A former cabinet minister has likened Russian bombing in Syria to Nazi attacks in Spain in the 1930s ahead of an emergency Commons debate on the humanitarian situation in Aleppo.
Andrew Mitchell accused Russia of “shredding” international law and committing a war crime by attacking a UN relief convoy last month. He compared it to the destruction of the Basque city of Guernica by fascist forces during the Spanish Civil War.
Russia says it is targeting terrorists.
The northern city of Aleppo has become a key battleground in Syria’s bloody five-year civil war.
The UK government has strongly criticised Russia’s bombing of Syria, while French President Francois Hollande has suggested Russia could face war crimes charges over its actions in Aleppo. Mr Hollande also said he might refuse to meet Russian President Vladimir Putin, who is due to visit France next week. Russia has denied carrying out the attack on the aid convoy.
Ahead of a three-hour Commons debate on the “unfolding humanitarian catastrophe”, Mr Mitchell, a former international development secretary, said: “The use of incendiary weapons, munitions such as bunker buster bombs and cluster bombs… the UN make clear that the systematic use of such indiscriminate weapons in densely populated areas amounts to a war crime. “We are witnessing events which match the behaviour of the Nazi regime in Guernica in Spain. Russia is shredding the international rules-based system of law.”
In 1937, the Spanish fascist dictator Francisco Franco allowed the ancient Basque capital of Guernica – which had held out against the advances made by his army since the beginning of the civil war the previous year – to be bombed by Germany’s air force. This is regarded as the first deliberate aerial bombing of a city in history. More than 1,600 people died, but Franco denied the raid had taken place. The events provoked international outrage and inspired the anti-war painting Guernica by Pablo Picasso.
Mr Mitchell, who served in the Army in his pre-parliamentary life, likened Russia’s actions in Syria to those of the Nazis in Spain, saying: “They are destroying the United Nations and its ability to act, in the same way the Germans and the Italians destroyed the League of Nations in the 1930s.” He told BBC Radio 4’s Today Programme the debate should give the UK government additional ideas on how to galvanise the international community to take action.
Mothers in Aleppo “want the fighting to stop”, he said, and “anything that any of us can do… we should be doing”.
MPs have not formally debated Syria for months, distracted from the bloodshed by Brexit. But on Tuesday, for three hours, they will discuss what more the British government – if anything – could do to protect civilians, increase access to aid and reduce the violence.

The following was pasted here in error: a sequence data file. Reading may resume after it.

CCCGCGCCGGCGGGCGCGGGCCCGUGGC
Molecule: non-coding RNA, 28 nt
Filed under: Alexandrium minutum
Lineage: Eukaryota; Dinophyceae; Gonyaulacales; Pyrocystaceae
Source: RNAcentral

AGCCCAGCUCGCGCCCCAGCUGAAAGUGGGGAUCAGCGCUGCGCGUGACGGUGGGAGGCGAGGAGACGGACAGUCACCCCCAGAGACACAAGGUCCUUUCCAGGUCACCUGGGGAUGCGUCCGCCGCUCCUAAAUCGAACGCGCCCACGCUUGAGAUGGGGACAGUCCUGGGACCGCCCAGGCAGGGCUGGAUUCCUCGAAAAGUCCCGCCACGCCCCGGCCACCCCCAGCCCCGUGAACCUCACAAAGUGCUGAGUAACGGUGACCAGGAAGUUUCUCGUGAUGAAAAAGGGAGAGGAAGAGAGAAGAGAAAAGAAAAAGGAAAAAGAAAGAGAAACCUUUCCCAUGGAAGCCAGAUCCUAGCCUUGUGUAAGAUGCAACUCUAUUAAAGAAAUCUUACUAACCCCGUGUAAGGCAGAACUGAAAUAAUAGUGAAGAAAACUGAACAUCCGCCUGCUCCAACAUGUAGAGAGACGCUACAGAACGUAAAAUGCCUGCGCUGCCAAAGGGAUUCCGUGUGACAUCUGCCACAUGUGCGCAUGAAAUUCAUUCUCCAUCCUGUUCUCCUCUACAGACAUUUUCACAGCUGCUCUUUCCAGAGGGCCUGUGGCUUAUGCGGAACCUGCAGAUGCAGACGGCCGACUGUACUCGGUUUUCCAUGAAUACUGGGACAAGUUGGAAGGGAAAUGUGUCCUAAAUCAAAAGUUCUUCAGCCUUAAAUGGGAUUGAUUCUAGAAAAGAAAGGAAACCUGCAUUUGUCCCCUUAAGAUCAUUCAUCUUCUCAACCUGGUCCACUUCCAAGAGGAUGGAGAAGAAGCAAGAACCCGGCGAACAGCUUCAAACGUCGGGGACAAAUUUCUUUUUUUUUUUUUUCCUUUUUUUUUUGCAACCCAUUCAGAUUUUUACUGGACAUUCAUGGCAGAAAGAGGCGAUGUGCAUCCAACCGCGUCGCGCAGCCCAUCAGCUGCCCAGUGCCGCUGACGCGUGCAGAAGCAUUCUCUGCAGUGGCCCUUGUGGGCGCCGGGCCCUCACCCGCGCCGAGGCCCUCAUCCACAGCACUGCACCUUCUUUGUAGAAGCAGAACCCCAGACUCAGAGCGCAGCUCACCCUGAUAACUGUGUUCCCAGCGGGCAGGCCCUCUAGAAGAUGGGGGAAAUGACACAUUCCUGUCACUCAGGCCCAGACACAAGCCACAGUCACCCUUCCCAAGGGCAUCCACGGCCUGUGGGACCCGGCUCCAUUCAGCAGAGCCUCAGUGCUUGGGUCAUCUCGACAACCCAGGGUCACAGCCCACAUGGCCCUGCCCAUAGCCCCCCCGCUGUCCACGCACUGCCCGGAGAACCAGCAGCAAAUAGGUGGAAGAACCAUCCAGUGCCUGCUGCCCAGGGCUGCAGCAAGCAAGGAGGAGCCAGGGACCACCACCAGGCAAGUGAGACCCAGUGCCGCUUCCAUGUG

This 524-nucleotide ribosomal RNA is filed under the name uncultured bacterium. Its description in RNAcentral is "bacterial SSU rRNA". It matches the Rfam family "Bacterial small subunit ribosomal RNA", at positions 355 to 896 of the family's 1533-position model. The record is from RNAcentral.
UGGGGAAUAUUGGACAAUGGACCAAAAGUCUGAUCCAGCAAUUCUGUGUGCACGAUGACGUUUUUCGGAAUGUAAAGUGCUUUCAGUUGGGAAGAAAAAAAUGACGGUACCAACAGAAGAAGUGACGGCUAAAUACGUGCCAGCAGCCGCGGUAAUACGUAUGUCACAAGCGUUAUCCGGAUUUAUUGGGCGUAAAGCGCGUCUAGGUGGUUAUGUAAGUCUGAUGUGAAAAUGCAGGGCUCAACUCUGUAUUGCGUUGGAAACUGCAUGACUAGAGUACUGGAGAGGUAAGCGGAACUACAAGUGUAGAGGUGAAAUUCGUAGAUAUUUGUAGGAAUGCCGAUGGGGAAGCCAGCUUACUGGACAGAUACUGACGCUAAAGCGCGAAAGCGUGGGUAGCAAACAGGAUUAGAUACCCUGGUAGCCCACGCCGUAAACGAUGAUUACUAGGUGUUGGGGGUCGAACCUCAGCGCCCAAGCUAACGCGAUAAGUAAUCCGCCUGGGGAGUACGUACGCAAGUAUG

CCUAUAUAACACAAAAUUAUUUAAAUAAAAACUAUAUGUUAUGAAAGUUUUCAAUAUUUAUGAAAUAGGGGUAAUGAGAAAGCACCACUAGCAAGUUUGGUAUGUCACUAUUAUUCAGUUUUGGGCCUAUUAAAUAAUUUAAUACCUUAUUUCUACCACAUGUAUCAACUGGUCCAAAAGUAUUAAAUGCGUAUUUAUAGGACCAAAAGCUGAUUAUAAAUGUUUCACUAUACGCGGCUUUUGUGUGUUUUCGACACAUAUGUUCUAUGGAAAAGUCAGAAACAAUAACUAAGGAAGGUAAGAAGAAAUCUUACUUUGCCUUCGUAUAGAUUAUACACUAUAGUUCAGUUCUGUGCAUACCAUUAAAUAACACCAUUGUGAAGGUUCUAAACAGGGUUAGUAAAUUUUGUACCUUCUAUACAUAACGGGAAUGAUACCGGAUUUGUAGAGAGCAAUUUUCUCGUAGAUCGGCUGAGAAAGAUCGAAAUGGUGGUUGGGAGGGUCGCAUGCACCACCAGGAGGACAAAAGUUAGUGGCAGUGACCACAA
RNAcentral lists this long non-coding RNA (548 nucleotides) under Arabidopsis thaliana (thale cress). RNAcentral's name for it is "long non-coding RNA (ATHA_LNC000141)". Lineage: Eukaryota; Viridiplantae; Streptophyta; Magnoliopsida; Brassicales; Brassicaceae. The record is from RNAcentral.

Former International Development Secretary Andrew Mitchell compares the Russian attacks on Aleppo to the Nazi bombing of civilians in Guernica during the Spanish Civil War. And he is urging the government to use its diplomatic clout to put more pressure on Moscow and deploy military assets to identify Russian planes bombing civilian targets. Western and other powers are beginning to discuss what they could do differently over Syria. But there will be no answers until a new US president is elected. And that might be too late.
The UN has warned that if nothing changes, eastern Aleppo will be destroyed by Christmas and thousands more lives lost. Mr Mitchell said no one wanted to see a firefight with Russia or shoot down a Russian plane, but the international community had an avowed responsibility to protect that must be exerted. If that meant confronting Russian airpower defensively on behalf of the innocent people on the ground, then so be it, he said, adding that the UK should explore with its allies how it would enforce a no fly-zone, as part of a “coalition of the willing”.
Boris Johnson will speak for the government during Tuesday’s debate – in what will be his first appearance at the dispatch box since becoming foreign secretary in July.
Last month Prime Minister Theresa May said the UK would “never intentionally strike or focus on Syrian forces”, after Britain confirmed it had taken part in air strikes that killed dozens of Syrian troops.
At least 62 Syrians were killed in the strikes, as the US said it might have accidentally hit a government position. Last week Russia vetoed a Franco-Spanish UN Security Council resolution calling for an end to the bombing. In a strongly worded statement issued on Monday, the Russian government rejected the UK’s criticism of its actions in Aleppo and questioned the UK’s own contribution to military and humanitarian efforts.
Major-General Igor Konashenkov, a spokesman for the Russian Ministry of Defence, suggested the UK and other Western countries had failed to check the territorial advances of so-called Islamic State and affiliates of al-Qaeda, while his country’s forces had been “achieving results”. “Where was Great Britain when ISIS almost reached the shores of the Mediterranean, almost turning Syria into a terrorist caliphate – in the same way that happened in Libya thanks to your efforts?” he asked.